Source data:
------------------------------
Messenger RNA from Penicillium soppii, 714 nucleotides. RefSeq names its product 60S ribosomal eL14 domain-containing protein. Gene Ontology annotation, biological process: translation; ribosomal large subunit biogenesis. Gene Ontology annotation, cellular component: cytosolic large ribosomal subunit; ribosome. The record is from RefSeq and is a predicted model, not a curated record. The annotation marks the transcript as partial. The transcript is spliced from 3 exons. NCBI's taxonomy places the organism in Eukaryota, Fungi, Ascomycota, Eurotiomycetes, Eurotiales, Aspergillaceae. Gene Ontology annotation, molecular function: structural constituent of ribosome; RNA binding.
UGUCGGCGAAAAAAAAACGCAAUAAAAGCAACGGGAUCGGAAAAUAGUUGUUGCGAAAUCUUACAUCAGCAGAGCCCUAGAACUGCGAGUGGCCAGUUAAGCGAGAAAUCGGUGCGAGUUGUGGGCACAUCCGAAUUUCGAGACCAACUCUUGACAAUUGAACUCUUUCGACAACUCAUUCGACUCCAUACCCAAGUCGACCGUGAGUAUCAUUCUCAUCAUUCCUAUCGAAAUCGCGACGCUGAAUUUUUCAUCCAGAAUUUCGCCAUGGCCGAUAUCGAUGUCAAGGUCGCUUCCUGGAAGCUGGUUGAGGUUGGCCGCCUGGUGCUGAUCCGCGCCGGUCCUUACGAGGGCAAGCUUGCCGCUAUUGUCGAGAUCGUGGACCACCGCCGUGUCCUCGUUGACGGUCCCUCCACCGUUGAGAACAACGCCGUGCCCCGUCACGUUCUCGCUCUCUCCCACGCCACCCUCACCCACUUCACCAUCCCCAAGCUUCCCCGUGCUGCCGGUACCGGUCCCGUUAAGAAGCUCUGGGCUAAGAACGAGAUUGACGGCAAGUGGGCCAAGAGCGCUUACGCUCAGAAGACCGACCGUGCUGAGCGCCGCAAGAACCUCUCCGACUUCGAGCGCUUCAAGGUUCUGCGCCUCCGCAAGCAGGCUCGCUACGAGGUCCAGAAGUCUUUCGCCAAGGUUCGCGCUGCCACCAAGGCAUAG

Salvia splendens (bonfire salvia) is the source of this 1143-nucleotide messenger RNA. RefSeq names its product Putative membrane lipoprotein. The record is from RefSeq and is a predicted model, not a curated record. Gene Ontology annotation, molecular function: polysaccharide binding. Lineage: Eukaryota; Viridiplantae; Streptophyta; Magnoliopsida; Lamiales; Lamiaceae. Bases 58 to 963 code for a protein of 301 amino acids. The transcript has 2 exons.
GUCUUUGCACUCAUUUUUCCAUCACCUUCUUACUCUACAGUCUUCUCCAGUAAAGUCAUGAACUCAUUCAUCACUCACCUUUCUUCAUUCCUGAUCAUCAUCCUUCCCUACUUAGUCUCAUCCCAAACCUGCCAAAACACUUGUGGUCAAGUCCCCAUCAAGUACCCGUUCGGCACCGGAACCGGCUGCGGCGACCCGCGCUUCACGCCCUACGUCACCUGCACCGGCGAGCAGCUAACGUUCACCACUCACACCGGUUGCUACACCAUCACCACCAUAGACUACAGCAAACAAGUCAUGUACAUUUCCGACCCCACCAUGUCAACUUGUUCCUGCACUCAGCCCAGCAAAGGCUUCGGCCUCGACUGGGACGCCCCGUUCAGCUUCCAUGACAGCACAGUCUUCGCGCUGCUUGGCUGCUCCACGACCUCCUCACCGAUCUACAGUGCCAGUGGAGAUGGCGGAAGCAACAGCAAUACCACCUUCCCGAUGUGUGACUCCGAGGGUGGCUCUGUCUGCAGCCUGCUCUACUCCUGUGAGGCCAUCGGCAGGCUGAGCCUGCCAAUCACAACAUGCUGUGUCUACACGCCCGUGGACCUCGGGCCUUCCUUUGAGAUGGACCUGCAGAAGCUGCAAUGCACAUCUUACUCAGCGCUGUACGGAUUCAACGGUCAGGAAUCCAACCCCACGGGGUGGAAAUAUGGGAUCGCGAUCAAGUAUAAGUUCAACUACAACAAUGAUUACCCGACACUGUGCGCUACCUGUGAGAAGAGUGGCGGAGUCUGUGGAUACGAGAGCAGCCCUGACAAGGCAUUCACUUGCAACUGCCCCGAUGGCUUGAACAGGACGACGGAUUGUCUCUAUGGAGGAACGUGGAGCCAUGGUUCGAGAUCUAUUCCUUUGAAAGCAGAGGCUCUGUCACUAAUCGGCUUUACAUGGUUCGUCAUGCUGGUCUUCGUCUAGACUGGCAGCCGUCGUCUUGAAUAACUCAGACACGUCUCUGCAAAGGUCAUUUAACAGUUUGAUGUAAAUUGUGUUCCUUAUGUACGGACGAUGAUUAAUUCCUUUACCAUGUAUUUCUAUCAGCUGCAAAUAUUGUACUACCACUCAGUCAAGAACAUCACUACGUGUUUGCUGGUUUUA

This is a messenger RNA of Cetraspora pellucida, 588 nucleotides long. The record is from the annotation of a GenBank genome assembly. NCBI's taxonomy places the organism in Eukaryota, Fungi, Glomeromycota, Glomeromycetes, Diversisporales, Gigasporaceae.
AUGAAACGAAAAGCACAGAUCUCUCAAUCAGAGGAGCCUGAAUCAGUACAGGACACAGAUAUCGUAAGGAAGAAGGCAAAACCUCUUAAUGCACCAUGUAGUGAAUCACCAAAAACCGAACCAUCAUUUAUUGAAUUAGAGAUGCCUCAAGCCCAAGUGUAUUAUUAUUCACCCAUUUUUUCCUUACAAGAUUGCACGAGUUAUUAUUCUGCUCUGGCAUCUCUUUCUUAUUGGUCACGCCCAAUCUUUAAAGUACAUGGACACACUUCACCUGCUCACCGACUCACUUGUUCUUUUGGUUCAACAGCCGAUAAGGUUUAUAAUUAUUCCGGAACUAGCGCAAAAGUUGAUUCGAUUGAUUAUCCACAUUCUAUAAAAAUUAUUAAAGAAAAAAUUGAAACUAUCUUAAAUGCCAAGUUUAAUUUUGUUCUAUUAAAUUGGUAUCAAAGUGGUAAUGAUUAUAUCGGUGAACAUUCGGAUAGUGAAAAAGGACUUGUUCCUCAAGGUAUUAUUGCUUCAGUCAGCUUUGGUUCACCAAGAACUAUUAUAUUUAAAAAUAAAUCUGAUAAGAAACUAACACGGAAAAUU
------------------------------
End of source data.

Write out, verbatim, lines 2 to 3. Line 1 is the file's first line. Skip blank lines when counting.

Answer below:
UGUCGGCGAAAAAAAAACGCAAUAAAAGCAACGGGAUCGGAAAAUAGUUGUUGCGAAAUCUUACAUCAGCAGAGCCCUAGAACUGCGAGUGGCCAGUUAAGCGAGAAAUCGGUGCGAGUUGUGGGCACAUCCGAAUUUCGAGACCAACUCUUGACAAUUGAACUCUUUCGACAACUCAUUCGACUCCAUACCCAAGUCGACCGUGAGUAUCAUUCUCAUCAUUCCUAUCGAAAUCGCGACGCUGAAUUUUUCAUCCAGAAUUUCGCCAUGGCCGAUAUCGAUGUCAAGGUCGCUUCCUGGAAGCUGGUUGAGGUUGGCCGCCUGGUGCUGAUCCGCGCCGGUCCUUACGAGGGCAAGCUUGCCGCUAUUGUCGAGAUCGUGGACCACCGCCGUGUCCUCGUUGACGGUCCCUCCACCGUUGAGAACAACGCCGUGCCCCGUCACGUUCUCGCUCUCUCCCACGCCACCCUCACCCACUUCACCAUCCCCAAGCUUCCCCGUGCUGCCGGUACCGGUCCCGUUAAGAAGCUCUGGGCUAAGAACGAGAUUGACGGCAAGUGGGCCAAGAGCGCUUACGCUCAGAAGACCGACCGUGCUGAGCGCCGCAAGAACCUCUCCGACUUCGAGCGCUUCAAGGUUCUGCGCCUCCGCAAGCAGGCUCGCUACGAGGUCCAGAAGUCUUUCGCCAAGGUUCGCGCUGCCACCAAGGCAUAG

Salvia splendens (bonfire salvia) is the source of this 1143-nucleotide messenger RNA. RefSeq names its product Putative membrane lipoprotein. The record is from RefSeq and is a predicted model, not a curated record. Gene Ontology annotation, molecular function: polysaccharide binding. Lineage: Eukaryota; Viridiplantae; Streptophyta; Magnoliopsida; Lamiales; Lamiaceae. Bases 58 to 963 code for a protein of 301 amino acids. The transcript has 2 exons.